If you were really distraught about the poor orchestral/woodwind sounds...well, that could easily be corrected for $99 with a purchase of the Orchestral II ROM and you'd still have less than $500 in the board!
The PK6's arpeggiators rock - No deficiencies there.
For the price, I think a strong case could be made for getting the PK6 to use as a controller keyboard. I like the (non-weighted) keyboard action a lot. It definitely beats the Triton LE's and many higher priced synth's key-action! It's also easy to change MIDI channels in live situations plus it has an internal universal power supply. The build quality seems to be reasonably solid albeit "plastic solid" rather than a "metal solid". I'd just recommend using common sense when transporting it and also try not to let it fall off the stand....No rocket science there.
At $399 this was almost a no-brainer purchase for me because I already had the XL-1 and Vintage Pro expansion ROM that will help turn the basic PK6 into a monster.
Like most people I wish EMU would use a bigger display screen but I understand that from a manufacturing/economic standpoint they want to re-use the same display they use for their modules.
On the one hand, my review might be somewhat forgiving of the PK6 simply because I do have a lot of other gear so the PK6 doesn't have to be a "do-it-all" synth for me but on the other hand, it also implies that having a lot of other gear to compare it with speaks well for my overall favorable review of the PK6.
I rate the the EMU PK6 as a very strong 4 out of 5.
|Rating: 4 out of 5 posted Monday-Oct-27-2003 at 12:14|
|Warren Miller a hobbyist user from United States writes:|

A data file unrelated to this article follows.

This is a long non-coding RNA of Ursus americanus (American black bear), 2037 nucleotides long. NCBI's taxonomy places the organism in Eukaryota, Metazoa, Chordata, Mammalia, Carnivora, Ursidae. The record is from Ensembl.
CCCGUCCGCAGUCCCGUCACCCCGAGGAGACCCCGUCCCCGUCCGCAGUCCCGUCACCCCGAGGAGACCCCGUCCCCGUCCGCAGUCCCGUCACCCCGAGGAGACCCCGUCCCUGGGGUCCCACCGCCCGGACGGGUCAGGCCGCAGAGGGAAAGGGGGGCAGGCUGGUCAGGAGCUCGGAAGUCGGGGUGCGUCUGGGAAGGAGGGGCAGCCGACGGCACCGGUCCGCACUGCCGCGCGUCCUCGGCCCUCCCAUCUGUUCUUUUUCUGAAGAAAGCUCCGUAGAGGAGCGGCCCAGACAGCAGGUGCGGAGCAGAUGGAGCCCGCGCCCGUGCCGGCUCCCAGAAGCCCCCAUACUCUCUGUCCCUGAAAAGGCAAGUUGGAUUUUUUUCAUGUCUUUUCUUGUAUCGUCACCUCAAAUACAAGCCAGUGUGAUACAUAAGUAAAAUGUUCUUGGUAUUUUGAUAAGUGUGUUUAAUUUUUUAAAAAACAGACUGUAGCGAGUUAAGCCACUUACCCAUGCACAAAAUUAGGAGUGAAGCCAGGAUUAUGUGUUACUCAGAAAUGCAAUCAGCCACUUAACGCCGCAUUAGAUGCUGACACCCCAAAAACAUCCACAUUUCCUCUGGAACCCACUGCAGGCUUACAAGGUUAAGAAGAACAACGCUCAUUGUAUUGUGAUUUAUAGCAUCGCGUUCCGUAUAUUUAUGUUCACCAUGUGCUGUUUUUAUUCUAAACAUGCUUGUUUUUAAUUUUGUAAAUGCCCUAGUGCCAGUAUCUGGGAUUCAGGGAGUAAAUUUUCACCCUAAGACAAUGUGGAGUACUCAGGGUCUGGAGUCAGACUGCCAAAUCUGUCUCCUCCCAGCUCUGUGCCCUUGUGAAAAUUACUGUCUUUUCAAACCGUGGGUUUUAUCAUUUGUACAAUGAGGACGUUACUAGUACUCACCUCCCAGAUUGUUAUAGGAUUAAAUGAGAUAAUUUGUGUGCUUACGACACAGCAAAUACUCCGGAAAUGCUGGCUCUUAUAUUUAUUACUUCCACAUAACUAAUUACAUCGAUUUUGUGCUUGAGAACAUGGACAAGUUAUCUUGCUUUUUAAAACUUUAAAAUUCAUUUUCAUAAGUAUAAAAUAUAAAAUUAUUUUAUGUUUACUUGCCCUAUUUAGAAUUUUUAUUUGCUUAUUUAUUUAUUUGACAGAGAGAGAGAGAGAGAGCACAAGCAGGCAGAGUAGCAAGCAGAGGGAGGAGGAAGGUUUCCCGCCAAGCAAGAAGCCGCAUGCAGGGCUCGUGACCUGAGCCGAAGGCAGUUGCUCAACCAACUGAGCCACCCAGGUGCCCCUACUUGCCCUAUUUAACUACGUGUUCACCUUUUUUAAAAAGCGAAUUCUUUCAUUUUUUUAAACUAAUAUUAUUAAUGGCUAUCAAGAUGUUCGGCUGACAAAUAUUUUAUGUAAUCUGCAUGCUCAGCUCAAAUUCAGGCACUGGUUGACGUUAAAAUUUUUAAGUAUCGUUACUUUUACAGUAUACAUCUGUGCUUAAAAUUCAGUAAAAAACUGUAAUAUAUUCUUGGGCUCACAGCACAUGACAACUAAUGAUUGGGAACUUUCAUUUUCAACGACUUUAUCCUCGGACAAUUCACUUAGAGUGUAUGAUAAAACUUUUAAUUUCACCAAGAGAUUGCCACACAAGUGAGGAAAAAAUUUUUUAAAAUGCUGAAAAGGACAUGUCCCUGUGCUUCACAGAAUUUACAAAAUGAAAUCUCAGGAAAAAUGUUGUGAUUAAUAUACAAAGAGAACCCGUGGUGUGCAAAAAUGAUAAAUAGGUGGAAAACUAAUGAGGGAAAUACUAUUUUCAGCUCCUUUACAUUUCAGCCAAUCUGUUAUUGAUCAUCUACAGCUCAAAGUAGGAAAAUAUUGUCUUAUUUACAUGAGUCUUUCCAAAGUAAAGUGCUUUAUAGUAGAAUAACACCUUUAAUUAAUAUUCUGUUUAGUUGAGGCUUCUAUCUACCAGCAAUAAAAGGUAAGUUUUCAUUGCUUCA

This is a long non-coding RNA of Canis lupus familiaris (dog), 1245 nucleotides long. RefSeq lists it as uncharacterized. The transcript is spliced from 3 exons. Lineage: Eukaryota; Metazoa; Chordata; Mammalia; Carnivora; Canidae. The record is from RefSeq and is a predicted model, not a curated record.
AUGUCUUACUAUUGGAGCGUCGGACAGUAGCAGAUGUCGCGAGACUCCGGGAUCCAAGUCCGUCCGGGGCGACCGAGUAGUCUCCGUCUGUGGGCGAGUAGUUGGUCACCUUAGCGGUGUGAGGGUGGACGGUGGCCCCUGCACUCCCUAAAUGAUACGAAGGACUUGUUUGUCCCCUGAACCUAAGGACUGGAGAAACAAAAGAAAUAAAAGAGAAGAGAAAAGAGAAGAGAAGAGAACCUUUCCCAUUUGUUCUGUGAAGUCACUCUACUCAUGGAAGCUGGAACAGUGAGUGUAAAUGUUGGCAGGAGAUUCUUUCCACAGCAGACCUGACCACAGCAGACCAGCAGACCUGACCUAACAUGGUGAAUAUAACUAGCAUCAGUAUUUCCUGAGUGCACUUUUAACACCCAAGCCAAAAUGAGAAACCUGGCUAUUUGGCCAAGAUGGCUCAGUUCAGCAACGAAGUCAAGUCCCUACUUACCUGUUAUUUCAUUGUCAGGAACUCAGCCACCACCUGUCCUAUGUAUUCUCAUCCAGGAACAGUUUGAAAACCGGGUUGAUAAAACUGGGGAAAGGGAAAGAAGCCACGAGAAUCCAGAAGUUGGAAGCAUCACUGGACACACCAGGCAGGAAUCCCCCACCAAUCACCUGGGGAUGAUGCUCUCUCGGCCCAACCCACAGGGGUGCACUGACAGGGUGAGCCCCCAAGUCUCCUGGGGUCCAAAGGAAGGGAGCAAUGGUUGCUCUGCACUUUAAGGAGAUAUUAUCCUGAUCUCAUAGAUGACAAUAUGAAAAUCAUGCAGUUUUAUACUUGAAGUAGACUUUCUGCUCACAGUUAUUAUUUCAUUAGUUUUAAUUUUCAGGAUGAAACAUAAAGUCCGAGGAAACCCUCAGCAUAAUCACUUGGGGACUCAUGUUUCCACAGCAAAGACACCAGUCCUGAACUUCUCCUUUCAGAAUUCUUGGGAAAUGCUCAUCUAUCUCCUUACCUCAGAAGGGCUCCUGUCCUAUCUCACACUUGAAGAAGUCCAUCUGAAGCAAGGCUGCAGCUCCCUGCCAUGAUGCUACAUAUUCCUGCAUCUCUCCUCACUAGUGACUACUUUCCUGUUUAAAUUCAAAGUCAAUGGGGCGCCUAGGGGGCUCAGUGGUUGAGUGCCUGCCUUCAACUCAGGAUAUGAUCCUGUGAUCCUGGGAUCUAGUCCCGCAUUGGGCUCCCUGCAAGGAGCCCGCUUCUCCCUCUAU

The E-mu PK6 is basically a Proteus 2000 with minor changes and a keyboard. Navigating through the sounds on the PK6 is identical to its rackmount counterpart, so if you're comfortable with E-mu's rack units, then you won't have any problem with the PK6.
I bought my PK6 for $600 and immediately filled the expansion slots with the XLead ROM from my Xtreme Lead 1 rack unit, plus the Peter Siedlaczek Advanced Orchestra and the Sounds of the ZR ROMs. Along with the User section, this makes for a lot of sounds.
However, having said that, the problem is navigation --- the PK6 is a complicated unit and once you get to where you are going, some time might have passed.
Overall, this is a lot of bang for the buck, although definitely not the top of the line. Sounds are generally decent, but not outstanding. There's plenty of room to tweak these sounds and the Audition feature is nice.
Interestingly enough, I find that I use this unit during recording sessions for sounds that are mainly effects rather than for melodies or chords.
If you're on a budget and you want a lot of different sounds, then the PK6 is a good buy; if you're going for something a bit more serious, however, you're better off picking up a Kurzweil or Yamaha.
|Rating: 3 out of 5 posted Wednesday-Oct-22-2003 at 13:14|